His imposing presence in the heart of the defence for his club Ballaghaderreen over the past number of years has seen David Drake earmarked as one of those who could add something to the Mayo set-up. The 24-year-old former Sligo IT and UCD Sigerson Cup player has been given that chance this year and he is looking to become the latest in a long line of men whose postal address may say Co Roscommon, but will bleed green and red on the football field rather than primrose and blue.
“It’s exciting, the rivalry isn’t as severe as it is in some sports, a lot of it’s tongue in cheek and friendly. But everyone’s very competitive, and come Monday morning you don’t want to be on the wrong end of the result and get a slagging from the lads on the other side,” Drake explained.
The quirks of having a club who play in Mayo based in Roscommon is one that gets plenty of talk in the media and on bar stools and at the sideline of football fields whenever the two sides meet in championship action and it does bring some buzz to the town. Drake went on to say: “There’s always a great buzz around the town when Mayo play Roscommon and it’s great to be part of all that. A large majority of our club would be Mayo followers and I can only think of around four guys on our team who would be avid Roscommon followers, but it’s a friendly rivalry and I know when ever Roscommon would be playing [someone else] we’d be supporting them and hopefully whenever we’re playing they’ll be supporting us. But on Sunday everyone will be shouting for their own.”
The wing-back has started four games for Mayo so far this year (three in the FBD League and one in the National Football League ) and made four substitute appearances (all in the National Football League ). One of those games he started was the last meeting between Mayo and Roscommon in the third round of the FBD League in Ballinlough, when the Rossies ran out 1-10 to 1-8 winners. He knows that John Evans’ side will have had Sunday’s date marked in the diary for a long number of months and will throw all they have at Mayo on Sunday. “Roscommon will feel that they can cause an upset and we can’t wait for that challenge. It’ll be fantastic and they’ve proven over the years that Hyde Park is a hard place to go to. There’s never too much between these teams and we’ll be expecting nothing less on Sunday.” As for the progress that Roscommon have been making over the last few years, Drake has been impressed. “They’re going very well and have shown a lot of progression, it’s going to be very tough for us and they love playing Mayo.”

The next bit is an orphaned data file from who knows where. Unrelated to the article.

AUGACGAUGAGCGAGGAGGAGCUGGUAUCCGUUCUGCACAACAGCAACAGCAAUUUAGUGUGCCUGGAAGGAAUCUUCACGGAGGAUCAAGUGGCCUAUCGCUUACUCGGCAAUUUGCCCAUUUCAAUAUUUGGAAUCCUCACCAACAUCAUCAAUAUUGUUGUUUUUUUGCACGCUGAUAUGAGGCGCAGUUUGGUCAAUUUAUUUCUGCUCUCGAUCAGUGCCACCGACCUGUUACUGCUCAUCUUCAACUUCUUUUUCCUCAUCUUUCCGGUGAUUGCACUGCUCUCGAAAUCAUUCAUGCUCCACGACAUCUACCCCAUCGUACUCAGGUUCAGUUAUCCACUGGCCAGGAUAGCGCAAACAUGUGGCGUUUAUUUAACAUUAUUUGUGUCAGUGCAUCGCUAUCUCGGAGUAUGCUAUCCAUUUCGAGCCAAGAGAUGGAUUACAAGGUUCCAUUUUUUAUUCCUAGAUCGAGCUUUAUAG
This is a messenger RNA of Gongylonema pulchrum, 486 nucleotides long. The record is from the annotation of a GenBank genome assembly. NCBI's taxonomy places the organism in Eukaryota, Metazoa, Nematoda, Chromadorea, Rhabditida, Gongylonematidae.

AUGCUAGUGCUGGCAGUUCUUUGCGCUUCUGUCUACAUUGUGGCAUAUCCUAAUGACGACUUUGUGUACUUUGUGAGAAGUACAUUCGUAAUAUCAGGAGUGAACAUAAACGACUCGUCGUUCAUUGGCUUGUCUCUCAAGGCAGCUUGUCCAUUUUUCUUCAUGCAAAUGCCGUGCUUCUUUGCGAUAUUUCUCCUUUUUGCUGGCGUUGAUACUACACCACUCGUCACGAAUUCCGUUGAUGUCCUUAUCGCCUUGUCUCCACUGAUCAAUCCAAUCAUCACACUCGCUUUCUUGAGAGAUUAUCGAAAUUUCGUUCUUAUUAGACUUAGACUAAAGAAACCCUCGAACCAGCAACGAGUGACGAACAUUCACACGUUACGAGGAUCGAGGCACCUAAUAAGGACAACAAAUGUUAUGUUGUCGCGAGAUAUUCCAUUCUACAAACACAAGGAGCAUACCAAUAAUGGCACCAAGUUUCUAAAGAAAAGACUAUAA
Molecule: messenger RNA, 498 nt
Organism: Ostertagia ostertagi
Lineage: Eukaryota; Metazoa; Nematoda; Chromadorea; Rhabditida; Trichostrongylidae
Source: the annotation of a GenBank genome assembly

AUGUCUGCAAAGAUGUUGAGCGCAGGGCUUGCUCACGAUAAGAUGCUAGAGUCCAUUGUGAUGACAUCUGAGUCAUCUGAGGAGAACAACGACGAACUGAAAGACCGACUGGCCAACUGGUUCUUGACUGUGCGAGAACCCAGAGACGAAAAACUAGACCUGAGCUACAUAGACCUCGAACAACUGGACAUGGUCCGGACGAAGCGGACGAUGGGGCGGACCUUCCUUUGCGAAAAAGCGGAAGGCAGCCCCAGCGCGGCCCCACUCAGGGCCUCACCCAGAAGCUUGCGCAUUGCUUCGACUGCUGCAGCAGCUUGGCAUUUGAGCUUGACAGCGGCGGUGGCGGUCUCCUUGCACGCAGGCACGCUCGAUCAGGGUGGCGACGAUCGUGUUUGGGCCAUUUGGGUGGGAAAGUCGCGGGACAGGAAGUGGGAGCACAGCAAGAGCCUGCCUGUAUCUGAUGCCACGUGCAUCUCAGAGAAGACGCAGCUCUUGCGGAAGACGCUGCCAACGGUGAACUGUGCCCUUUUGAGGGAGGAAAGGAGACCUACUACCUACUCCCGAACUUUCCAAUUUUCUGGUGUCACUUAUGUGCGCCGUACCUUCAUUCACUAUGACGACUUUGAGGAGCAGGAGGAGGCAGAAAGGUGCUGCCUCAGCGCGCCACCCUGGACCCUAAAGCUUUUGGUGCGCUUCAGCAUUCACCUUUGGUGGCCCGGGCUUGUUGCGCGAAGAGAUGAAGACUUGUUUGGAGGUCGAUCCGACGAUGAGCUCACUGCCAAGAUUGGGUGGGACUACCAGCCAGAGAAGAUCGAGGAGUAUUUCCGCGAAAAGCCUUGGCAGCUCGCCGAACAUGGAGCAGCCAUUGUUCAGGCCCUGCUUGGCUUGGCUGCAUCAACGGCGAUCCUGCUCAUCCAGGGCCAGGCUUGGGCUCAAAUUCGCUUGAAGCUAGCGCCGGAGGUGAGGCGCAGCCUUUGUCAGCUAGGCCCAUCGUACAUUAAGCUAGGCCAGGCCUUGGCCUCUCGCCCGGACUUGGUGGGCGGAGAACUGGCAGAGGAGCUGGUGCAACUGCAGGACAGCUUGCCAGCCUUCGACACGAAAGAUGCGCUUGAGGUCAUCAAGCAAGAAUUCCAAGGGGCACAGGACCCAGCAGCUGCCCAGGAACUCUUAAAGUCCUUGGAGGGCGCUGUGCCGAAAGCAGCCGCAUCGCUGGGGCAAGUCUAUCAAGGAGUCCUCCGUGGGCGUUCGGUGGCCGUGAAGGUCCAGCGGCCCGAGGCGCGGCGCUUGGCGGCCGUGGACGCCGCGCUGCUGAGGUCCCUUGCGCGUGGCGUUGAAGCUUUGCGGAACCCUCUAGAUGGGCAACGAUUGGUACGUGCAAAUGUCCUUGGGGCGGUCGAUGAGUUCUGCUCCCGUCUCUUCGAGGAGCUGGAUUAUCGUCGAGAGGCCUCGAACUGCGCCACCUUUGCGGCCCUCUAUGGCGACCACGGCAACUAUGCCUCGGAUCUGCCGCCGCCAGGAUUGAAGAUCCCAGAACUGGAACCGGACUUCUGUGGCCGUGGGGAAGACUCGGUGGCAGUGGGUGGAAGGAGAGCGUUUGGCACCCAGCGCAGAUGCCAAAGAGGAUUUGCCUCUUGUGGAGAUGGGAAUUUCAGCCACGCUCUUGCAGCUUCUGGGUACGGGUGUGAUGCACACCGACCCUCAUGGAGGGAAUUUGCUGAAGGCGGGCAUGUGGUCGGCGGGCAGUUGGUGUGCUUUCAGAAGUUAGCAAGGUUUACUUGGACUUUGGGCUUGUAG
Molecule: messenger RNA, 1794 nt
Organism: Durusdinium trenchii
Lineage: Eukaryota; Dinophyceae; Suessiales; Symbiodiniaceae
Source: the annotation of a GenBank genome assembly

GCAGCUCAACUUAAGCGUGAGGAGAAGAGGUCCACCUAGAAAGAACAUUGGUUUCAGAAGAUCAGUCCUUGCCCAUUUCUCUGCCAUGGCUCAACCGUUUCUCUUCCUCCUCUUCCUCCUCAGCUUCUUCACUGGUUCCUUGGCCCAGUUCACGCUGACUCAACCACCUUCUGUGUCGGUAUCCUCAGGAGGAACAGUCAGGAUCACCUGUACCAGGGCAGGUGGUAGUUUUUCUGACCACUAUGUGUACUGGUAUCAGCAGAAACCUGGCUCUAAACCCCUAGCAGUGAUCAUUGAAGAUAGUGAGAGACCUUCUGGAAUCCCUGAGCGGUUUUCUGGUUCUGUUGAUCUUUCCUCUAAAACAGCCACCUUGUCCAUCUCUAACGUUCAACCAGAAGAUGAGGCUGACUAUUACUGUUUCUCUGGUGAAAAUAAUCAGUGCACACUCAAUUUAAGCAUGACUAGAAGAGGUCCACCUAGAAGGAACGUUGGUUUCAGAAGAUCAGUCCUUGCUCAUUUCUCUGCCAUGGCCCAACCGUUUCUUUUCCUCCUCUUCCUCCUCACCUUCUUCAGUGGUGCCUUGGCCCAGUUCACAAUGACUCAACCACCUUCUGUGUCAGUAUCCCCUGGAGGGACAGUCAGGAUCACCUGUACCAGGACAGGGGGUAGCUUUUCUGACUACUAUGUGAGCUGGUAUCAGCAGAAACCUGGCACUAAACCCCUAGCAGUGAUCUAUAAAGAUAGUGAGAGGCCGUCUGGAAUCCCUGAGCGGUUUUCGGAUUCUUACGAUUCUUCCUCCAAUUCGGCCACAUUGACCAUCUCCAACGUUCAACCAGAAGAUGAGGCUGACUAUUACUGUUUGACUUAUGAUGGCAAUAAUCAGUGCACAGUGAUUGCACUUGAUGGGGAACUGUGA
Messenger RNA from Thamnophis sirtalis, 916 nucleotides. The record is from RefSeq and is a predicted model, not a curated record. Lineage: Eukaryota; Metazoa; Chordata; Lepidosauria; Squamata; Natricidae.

Being a man from the border outpost, the Roscommon game is always a special one for him he explained. “I always consider it to be the big derby game in Connacht, but I’m sure someone in Shrule will tell you that the big one is Mayo v Galway. But there are a lot of rivalries around this place, we’ve Eastern Harps in Sligo just 10 minutes out the road too.”
As for the work-rate that is required at this level, Drake reckons he has adapted quite well to it. “I played two years Sigerson with Sligo IT and UCD, which is a step up from club football, so that gave me an indication of what’s required. But when I came in here, it was a step up again. It’s tough work, but it’s enjoyable and it’s a great environment where everyone is like minded and we all have one goal and everyone is pushing in the one direction. But it’s where you want to be.”